I think I’m writing for people roughly in my position: respectful, interested, only slightly informed. People who might have unexpected or unhelpful resonances with a book about different lives and different traditions on the other side of the world. (Do those old-fashioned clothes from Southeast Asia look like epic fantasy garb to anyone but me?)
I say that up front. If this is your culture, your tradition…well, I hope not to be wrong, or infuriating. But I doubt I will be helpful or insightful; you know this better than I do. Reviewers don’t say that often enough, I think: what you see always depends on where you stand, so I want to be clear about where I’m standing and the things I can see from there.
Enlightened is a graphic novel, published for middle grade readers, about the life of the Buddha, Prince Siddhartha. It’s by Sachi Ediriweera, a Sri Lankan cartoonist, designer, and filmmaker. It is subtitled “A Fictionalized Tale,” and it’s about Siddhartha’s search, but it’s not a work of religious proselytization.
Maybe I should say that again: if there is a Buddhist equivalent of Chick Tracts, this isn’t it. This is a lightly fictionalized biography of a person of world-historical importance, the kind of book young readers will find, hopefully enjoy, and then probably write a report about. Siddhartha’s core insights are presented here, and the path he followed to find them, but the point is to inform, not to convert. 
Edirirweera tells his story slowly and quietly, starting with Siddhartha as a young prince chafing under the restrictions of his over-protective father. Ediriweera drops us into this world without explaining it, but the outlines are quickly clear: medieval-level tech, vast gulfs of wealth and poverty, what seems to be many small kingdoms living together peacefully, a mature and self-contained civilization.
Siddhartha’s is a story about suffering: despite his father’s coddling, he learns that other people suffer, that life is often pain. His people believe that they are reincarnated over and over, living lives slightly better or slightly worse, depending on the choices they made previously.
So Siddhartha grows up, still coddled and kept in the palace, with almost no contact with the outside world. He marries the princess of a neighboring kingdom, Yashodara. And when their son is born, he realizes he must break out and see the real world, and that this is his chance. He does; he runs away from his palace and wife and son and father and luxurious life, to join a monastery and live as a poor monk.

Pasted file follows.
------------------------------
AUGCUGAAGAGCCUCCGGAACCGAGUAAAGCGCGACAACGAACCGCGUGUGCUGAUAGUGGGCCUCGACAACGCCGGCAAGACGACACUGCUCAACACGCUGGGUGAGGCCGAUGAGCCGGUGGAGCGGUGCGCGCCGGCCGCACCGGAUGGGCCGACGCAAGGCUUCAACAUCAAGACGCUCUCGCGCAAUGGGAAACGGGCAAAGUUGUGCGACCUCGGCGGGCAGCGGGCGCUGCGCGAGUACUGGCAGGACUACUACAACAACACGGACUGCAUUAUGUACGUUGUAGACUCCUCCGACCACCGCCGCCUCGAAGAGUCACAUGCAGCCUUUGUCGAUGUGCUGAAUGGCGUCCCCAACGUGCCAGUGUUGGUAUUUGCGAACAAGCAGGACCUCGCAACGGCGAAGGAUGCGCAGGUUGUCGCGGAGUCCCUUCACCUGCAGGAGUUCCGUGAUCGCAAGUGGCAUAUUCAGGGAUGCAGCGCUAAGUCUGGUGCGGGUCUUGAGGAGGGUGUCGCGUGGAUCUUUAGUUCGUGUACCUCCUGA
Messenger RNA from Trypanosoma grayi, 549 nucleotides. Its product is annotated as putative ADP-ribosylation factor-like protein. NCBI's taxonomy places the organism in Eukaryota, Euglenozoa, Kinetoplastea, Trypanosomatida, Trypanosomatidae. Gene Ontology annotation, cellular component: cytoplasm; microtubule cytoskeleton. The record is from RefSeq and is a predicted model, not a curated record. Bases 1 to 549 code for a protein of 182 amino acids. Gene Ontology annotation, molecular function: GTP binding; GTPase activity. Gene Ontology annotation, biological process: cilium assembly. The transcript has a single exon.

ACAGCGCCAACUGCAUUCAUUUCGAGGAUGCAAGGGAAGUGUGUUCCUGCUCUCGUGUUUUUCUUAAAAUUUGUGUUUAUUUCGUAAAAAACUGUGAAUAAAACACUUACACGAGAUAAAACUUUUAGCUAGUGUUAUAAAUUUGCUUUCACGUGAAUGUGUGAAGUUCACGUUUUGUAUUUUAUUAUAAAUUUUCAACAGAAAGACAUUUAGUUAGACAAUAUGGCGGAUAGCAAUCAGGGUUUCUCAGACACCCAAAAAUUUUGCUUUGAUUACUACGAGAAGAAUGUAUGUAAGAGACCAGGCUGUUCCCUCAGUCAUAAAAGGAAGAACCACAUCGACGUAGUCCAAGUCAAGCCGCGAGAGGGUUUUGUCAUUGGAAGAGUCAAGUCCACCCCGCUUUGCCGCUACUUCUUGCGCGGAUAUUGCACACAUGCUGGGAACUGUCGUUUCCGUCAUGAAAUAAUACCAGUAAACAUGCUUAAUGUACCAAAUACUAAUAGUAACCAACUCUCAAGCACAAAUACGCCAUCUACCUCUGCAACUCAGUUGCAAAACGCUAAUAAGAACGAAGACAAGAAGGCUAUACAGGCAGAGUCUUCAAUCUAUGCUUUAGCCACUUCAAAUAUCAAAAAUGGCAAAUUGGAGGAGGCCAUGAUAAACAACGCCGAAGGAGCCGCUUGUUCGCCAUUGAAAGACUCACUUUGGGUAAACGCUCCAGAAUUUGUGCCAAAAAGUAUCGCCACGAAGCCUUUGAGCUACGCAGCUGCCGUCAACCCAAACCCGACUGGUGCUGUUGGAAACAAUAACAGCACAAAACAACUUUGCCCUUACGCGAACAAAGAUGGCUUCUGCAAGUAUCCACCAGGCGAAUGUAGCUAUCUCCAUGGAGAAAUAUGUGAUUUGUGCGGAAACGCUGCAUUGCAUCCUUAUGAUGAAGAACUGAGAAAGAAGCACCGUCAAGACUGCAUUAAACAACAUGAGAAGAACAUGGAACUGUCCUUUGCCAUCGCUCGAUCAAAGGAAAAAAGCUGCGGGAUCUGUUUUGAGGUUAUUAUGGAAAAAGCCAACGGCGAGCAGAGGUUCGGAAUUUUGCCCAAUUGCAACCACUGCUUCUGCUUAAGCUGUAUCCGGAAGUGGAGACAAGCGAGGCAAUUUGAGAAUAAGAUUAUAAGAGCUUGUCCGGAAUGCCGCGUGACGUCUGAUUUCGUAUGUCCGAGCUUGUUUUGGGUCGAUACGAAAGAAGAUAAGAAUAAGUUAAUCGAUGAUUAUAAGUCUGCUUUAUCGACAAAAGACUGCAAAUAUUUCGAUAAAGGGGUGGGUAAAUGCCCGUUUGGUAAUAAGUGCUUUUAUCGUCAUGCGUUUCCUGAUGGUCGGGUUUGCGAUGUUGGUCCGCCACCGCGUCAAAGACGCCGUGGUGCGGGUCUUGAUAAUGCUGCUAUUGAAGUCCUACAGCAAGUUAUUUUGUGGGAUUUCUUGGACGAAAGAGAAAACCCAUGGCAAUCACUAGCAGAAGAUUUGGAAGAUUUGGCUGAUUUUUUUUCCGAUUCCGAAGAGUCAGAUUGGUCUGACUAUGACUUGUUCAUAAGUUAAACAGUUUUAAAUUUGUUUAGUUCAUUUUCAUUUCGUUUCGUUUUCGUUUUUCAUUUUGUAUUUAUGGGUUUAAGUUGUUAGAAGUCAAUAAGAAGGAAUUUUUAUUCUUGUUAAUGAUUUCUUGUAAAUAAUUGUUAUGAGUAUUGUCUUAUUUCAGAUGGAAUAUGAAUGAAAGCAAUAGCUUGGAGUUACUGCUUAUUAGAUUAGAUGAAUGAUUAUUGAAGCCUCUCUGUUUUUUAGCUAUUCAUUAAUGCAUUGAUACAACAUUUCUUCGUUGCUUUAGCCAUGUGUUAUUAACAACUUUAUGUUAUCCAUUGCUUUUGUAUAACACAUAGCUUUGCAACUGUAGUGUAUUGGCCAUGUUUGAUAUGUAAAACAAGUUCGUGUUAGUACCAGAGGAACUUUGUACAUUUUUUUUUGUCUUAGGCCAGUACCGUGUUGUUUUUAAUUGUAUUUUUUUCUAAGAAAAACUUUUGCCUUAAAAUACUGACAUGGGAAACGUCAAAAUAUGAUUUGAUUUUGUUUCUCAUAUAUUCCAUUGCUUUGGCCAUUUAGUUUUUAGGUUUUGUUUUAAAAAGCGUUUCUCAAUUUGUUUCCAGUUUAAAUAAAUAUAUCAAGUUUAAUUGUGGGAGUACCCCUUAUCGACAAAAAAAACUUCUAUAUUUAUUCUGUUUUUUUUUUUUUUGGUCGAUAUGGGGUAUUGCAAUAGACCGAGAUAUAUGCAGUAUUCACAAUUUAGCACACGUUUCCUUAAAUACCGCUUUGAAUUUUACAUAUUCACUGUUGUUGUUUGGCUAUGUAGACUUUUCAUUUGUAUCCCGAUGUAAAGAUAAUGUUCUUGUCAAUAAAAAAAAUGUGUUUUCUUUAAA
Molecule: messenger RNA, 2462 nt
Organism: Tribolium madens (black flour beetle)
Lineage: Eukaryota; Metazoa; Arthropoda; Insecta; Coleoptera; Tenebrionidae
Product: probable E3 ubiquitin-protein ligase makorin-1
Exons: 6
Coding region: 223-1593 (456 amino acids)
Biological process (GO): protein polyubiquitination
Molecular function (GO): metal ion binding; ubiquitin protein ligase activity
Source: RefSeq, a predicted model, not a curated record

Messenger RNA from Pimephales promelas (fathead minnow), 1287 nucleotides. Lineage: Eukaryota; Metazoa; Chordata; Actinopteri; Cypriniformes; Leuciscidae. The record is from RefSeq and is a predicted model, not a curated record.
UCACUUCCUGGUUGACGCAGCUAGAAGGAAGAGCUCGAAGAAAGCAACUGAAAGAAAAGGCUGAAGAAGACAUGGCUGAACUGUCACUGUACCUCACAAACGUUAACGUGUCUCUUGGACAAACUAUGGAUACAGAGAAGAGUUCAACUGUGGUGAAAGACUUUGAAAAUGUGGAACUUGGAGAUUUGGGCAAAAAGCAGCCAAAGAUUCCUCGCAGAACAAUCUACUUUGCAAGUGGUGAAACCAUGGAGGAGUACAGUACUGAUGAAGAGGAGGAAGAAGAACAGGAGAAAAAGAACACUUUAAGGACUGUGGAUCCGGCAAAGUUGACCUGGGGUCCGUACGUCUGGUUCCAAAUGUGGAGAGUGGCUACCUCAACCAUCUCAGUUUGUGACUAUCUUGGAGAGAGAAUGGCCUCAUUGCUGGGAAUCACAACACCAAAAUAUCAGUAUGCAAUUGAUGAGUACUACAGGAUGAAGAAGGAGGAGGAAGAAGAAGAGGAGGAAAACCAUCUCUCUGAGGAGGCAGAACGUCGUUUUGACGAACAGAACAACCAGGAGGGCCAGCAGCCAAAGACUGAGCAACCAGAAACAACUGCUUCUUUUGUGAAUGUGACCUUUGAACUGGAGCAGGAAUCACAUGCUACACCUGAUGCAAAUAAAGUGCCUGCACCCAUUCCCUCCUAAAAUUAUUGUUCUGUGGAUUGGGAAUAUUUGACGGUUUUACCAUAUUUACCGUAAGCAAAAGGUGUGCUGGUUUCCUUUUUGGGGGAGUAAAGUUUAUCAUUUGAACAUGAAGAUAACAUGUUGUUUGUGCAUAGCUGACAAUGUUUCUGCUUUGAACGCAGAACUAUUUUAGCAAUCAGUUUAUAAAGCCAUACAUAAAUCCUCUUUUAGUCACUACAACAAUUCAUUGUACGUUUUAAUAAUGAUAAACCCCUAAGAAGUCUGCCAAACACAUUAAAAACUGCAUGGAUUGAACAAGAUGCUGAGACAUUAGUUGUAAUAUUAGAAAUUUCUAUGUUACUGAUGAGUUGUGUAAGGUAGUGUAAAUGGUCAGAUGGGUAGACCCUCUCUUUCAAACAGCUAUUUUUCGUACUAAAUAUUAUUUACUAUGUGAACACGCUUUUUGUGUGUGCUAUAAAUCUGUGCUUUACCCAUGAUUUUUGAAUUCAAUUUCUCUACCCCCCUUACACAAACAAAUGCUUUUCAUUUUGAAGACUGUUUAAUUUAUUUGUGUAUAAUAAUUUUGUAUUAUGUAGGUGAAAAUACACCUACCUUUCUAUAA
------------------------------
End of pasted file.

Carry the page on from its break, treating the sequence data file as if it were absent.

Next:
Years pass. Siddhartha has no contact with his old life. He studies and meditates and thinks and talks to other monks. In the end, he comes to a revelation: life is suffering, suffering is caused by desire, and so the only way to end suffering is to not desire. He teaches his new Eightfold Path, he gathers students, he becomes famous.
That leads him back to his old family. In the way of religious stories, there’s a bit of anger, but everyone is completely convinced, almost immediately, by the obvious truth of Siddhartha’s path. And so everyone comes to follow his path, as they can. I may be making this sound like a radical philosophy – and it could be one, in a strict form, all leave-your-goods-behind and break-the-wheel – but there’s a lot of nuance. There’s a huge spectrum between desiring everything and desiring nothing, and Buddha’s path is a positive, peaceful one, as Ediriweera presents it – perhaps even assuming nearly everyone will fail, that eliminating all desire is a project over multiple lives, multiple passes through the world. I don’t see any sense of hurry here: it’s all about letting go of things, and the more you can let go of, the better off you will be in the end.
Ediriweera tells this story quietly, as I said, in an unobtrusive style with a few, mostly light colors overlaid on his black (for figures) and cool blue (for backgrounds) lines. It is a peaceful, undemanding look for the art, and entirely appropriate.
What I know about the life of the Buddha is scattered and random; Enlightened told me that story again in a clear, organized way and explained things to me that I probably didn’t realize I didn’t understand. It’s a fine, meditative, thoughtful journey through the thinking and life of a man we could all do well to emulate – and I hope its path into the hands of the younger readers of North America is simpler and easier than I fear it will be.
 I expect to see various astroturfed mothers pretending to support liberty demanding it be removed from school libraries, though. This is a county where yoga is feared as a gateway drug to Buddhism. And, no, I am not exaggerating .